Source: Egypt, Arabtec to resume talks on housing project

 Arabtec's chairman will meet officials of Egypt's housing ministry on Wednesday to renegotiate the terms of a $40 billion plan to build one million homes in that country, a source familiar with the matter said.

Dubai-listed Arabtec announced last March that it had reached agreement in principle with Egypt's army to build the homes at 13 locations around the country, on land provided by the armed forces.

But while that preliminary deal was with the army, Arabtec's subsequent negotiations for a final agreement have been with the Ministry of Housing, the source told Reuters on Tuesday.

The two sides agreed terms late last month, but the contract which Arabtec subsequently received included less attractive terms for the company than it had approved, the source said.

The ministry had agreed to grant Arabtec the land upon which the project would be built, and in return the construction firm would give a certain proportion of the completed housing units to the ministry in lieu of payment.

But the ministry has now demanded that it be given a much higher proportion of units than the two parties originally agreed, prompting Arabtec chairman Khadem Abdulla al-Qubaisi to fly to Cairo to resume talks on Wednesday, the source said.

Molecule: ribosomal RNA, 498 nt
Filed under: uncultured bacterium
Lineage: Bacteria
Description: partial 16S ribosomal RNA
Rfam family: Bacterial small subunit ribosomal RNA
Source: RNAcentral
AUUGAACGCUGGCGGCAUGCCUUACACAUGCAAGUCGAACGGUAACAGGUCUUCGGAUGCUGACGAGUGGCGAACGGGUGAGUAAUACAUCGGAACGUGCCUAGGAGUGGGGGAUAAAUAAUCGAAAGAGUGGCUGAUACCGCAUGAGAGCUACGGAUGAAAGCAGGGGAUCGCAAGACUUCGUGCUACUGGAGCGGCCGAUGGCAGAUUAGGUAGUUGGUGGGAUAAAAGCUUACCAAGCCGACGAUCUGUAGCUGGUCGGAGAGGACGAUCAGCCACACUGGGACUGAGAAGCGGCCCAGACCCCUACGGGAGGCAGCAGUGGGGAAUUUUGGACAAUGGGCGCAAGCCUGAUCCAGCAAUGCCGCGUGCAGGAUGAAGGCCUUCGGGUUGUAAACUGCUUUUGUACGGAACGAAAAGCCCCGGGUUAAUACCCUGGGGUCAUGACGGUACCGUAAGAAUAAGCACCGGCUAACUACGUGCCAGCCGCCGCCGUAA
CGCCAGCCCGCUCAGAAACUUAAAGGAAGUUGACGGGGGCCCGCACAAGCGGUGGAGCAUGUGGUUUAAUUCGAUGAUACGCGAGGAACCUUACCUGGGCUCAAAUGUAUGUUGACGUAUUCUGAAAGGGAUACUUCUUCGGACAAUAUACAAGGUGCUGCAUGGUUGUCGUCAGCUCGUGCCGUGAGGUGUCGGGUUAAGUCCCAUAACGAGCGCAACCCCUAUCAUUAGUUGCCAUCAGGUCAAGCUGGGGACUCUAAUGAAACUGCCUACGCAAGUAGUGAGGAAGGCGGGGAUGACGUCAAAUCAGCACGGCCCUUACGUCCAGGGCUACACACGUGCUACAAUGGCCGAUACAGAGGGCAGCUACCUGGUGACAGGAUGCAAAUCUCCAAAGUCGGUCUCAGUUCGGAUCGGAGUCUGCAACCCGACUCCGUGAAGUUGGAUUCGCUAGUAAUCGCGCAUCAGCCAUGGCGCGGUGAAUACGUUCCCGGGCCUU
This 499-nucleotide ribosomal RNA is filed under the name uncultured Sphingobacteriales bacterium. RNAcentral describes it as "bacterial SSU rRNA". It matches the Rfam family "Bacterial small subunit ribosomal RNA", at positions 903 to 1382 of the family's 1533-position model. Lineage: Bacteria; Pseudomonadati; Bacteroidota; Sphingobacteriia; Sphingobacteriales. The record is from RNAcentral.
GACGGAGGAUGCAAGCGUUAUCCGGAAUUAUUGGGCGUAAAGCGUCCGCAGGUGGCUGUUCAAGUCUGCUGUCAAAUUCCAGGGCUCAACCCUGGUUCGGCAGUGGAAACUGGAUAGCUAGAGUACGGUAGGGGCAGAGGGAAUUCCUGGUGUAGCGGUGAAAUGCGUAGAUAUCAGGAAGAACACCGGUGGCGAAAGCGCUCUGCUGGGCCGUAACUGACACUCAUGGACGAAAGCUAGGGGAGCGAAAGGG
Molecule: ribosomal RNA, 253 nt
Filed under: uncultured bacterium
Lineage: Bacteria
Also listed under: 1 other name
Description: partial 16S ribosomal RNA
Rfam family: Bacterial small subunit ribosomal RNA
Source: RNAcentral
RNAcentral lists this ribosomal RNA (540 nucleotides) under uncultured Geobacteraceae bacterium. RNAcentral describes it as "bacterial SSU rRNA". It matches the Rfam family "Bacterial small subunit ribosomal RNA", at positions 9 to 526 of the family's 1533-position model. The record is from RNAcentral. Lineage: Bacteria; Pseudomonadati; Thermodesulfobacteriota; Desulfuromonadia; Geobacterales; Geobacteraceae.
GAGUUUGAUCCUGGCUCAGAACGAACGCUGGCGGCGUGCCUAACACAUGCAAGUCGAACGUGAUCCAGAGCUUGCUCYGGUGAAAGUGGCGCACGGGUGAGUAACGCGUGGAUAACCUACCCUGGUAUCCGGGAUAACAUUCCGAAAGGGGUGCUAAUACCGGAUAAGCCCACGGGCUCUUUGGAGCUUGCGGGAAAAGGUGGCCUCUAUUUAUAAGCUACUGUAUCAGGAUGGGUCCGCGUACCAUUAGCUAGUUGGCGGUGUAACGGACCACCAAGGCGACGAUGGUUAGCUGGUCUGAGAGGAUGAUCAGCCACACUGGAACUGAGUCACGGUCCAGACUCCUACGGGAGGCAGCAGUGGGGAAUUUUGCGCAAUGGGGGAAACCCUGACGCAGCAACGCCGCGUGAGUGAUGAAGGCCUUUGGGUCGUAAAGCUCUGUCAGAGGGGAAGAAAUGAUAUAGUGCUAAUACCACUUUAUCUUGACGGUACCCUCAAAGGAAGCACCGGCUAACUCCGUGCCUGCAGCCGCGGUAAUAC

"Hopefully, things can be resolved tomorrow or the day after," the source added.

Repeated calls to a housing ministry spokesperson in Egypt were not returned, while Arabtec declined to comment.

Construction on the project had originally been due to start in the third quarter of 2014, with the first homes to be delivered in early 2017 and the whole project to be completed before 2020, but negotiations between Egypt's government and Arabtec have been slowed in part by management changes at the company.

Qubaisi is also chairman of Abu Dhabi state fund Aabar, which owns 35 percent of Arabtec, according to Reuters data.

The Egyptian housing project is seen as part of economic and political support to the country by the United Arab Emirates, which has provided billions of dollars of aid to Cairo since Islamist president Mohamed Mursi was ousted in 2013. 

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